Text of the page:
The Icelandic Community

In March, when Iceland is still being heated by the island’s dramatic hot springs, members of the Icelandic Canadian Club of Toronto try to appease the spirit of winter with an invitation to a communal feast called “Thorrablot.” It takes place in the ancient Norse mid-winter month of Thorri, and is a festival of traditional food, music, and dance held in expectation that neither severe weather nor hardships will occur before spring approaches.
Toronto’s Icelandic community, which is estimated at approximately 4,000 persons, consists mainly of second, third, and fourth-generation families whose professions include medicine, law, banking, business, and journalism. Many of the city’s Icelanders arrived from Western Canada where their immigrant ancestors had settled more than a century ago.
Icelanders coming by way of Greenland were the first known European visitors to Canada, dating back to 896 A.D. when Eric the Red founded a settlement in Greenland. In the same year, Bjarni Herjolfsson sighted the northeastern coast of Canada. At the turn of the 11th century, Norsemen established a temporary settlement in Newfoundland, and it is believed that Snorri, son of community leader Thorfinnur Karlsefni, was the first European born in Canada.
Following his Norse ancestors, the first Icelander to land on mainland Canadian shores was Sigtryggur Jonasson, who arrived in Quebec in 1872. A year later, 150 Icelanders arrived in Quebec, and a second party of 351 followed in 1874, settling temporarily at Kinmount, Ontario. A monument to these pioneer settlers has been erected. Until the railway was built across the Canadian Shield, immigrants going to Western Canada, including groups of Icelanders, were routed through Toronto and stayed temporarily in the city’s immigration sheds. The first permanent block settlement was established with the help of Jonasson along the shores of Lake Winnipeg.
In the 1870s, several families located in the Muskoka district near the village of Rosseau, Ontario. They named their community Hekkla, after a volcano in their island homeland. Descendants of these pioneers still live in the district, as well as throughout Southwestern Ontario.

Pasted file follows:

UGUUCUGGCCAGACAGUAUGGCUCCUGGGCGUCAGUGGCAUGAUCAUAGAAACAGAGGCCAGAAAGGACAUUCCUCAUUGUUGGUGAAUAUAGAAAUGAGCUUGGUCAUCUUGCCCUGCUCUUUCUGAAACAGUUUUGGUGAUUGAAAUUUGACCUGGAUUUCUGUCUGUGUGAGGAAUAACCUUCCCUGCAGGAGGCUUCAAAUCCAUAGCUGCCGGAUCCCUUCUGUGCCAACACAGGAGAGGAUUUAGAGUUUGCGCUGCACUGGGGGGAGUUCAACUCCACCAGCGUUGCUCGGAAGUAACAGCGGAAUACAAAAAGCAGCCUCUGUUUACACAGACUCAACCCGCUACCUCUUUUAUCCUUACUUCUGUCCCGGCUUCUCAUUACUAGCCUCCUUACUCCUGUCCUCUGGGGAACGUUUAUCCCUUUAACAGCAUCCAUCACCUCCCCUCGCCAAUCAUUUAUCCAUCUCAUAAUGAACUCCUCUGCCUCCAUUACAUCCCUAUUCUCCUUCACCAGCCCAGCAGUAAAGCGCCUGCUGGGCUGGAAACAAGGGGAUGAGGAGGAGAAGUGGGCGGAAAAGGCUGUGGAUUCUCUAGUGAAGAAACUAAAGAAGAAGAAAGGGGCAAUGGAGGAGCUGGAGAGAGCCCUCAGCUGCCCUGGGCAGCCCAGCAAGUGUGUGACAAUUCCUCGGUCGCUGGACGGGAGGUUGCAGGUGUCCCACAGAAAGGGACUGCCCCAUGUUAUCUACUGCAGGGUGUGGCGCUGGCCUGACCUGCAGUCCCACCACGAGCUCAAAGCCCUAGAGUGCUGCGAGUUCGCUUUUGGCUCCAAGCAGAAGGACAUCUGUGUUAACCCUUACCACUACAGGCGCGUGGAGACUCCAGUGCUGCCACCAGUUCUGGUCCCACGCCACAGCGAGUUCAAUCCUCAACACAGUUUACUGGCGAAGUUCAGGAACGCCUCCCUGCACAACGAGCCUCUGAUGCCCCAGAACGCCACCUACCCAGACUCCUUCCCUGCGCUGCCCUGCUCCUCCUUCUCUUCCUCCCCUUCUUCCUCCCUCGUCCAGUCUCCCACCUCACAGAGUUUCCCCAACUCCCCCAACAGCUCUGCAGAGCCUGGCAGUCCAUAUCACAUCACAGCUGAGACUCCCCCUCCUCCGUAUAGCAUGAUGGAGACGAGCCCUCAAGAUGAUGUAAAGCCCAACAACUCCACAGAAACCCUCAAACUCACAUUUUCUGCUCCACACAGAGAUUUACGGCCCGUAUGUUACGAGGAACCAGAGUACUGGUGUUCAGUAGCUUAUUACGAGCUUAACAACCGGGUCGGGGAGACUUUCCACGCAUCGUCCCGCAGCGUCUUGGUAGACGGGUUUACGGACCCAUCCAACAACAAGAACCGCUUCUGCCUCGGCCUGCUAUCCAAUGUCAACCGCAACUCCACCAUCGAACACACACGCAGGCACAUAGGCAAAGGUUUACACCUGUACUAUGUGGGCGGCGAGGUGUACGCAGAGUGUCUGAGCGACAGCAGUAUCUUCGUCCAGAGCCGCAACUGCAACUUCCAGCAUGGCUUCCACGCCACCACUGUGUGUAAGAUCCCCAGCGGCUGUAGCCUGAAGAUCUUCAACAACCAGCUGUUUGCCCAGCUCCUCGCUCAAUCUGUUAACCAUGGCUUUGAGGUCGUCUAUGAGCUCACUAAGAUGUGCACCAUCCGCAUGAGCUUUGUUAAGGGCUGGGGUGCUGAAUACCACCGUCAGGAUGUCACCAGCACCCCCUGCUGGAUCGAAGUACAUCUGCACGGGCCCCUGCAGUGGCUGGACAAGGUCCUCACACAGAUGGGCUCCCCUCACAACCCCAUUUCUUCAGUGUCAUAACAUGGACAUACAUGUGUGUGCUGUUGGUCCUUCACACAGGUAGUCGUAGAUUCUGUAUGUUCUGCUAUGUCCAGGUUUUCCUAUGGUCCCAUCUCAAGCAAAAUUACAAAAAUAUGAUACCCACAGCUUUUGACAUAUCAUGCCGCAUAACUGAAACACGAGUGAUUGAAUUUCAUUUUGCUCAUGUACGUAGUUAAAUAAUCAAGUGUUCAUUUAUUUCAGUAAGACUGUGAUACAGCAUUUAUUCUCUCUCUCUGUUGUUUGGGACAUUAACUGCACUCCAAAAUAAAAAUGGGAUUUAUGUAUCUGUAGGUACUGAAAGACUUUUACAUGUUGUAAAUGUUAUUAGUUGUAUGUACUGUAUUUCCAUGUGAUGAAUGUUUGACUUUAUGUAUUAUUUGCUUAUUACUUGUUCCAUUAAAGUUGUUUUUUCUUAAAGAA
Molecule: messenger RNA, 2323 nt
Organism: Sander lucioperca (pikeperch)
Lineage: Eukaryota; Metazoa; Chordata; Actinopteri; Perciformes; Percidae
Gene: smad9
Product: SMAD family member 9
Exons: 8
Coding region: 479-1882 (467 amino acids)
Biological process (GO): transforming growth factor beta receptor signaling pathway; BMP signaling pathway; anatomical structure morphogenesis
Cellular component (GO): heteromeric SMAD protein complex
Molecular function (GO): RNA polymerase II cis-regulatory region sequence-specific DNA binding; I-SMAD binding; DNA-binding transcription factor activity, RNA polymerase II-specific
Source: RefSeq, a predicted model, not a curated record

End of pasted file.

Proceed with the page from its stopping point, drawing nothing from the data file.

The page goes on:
The Icelandic National League of North America was founded in 1919 to promote community links and to assist in integration to Canadian society while recognizing and encouraging an awareness of their heritage. Chapters of this association are located throughout the country. A quarterly journal called The Icelandic Canadian, and a weekly newspaper,Logberg-Heimskringla, are published in English.
In 1959, the Icelandic Canadian Club of Toronto was started by a group of women. The association has a mailing list in excess of 800 households in Southwestern Ontario, and holds several events throughout the year, such as slide shows, lectures, socials, dances, and other cultural presentations relating to their heritage.
Among Toronto Icelanders are teachers, film makers, and novelists. A street is named after entrepreneur and real-estate broker Magnus Paulson, who founded Canada’s first satellite city of Bramalea, Ontario. At the Art Gallery of Ontario, a room is named after Signy Stephenson Eaton, patron of the arts and wife of the late John David Eaton. Signy Eaton was a founding member of York University and a recipient of the Order of the Falcon, the highest honour awarded by the government of Iceland.

Holidays and Celebrations

  THORRABLOT, held in March, sees Icelanders eat a smorgasbord feast which includes traditional foods such as lax (salmon), flatbraud (flat-bread), spice-rolled flank of mutton, smoked lamb, and desserts such as vinarterta, ponnukokur, and kleiner.


  ISLENDINGADAGURINN. The most important festival is one of the oldest annual ethnic gatherings in Canada. Islendingadagurinn (Icelandic Day) was first held in 1874 in North America by a group of immigrants in Wisconsin to celebrate Iceland’s millennium. The biggest Islandingadagurinn is held in Gimli, Manitoba, at the beginning of August; in Ontario it is combined with a celebration of Iceland’s Independence Day on June 17th and usually takes the form of a picnic at a farm outside Toronto.


  THE ICELANDIC CANADIAN CLUB OF TORONTO (ICCT). Publishes a newsletter, organizes an annual dinner dance and picnic, and holds meetings at the Unitarian Hall on St. Clair Ave. It organizes six programs a year, featuring lectures, recitals, slide shows, and cultural presentations. In conjunction with the Icelandic National League, the ICCT sponsored a provincial historic site honoring immigration in 1874 from Iceland to Kinmount. The August 2000 unveiling of the monument was covered by TV Ontario and local newspapers. In addition, the club promotes the works of Canadian writers of Icelandic descent. It produced a millennial publication,The Icelanders of Kinmount, (Tel. 905-277-5298), which is available through the club. President: Leah Salt.

Memorial at Kinmount, Ont. Sculptor: Gudrun S. Girgis 2000 Ontario Heritage Foundation Historic Site

Icelandic settlement memorial at Kinmount, Ont., commemorating the 1874–1875 Icelandic settlement there.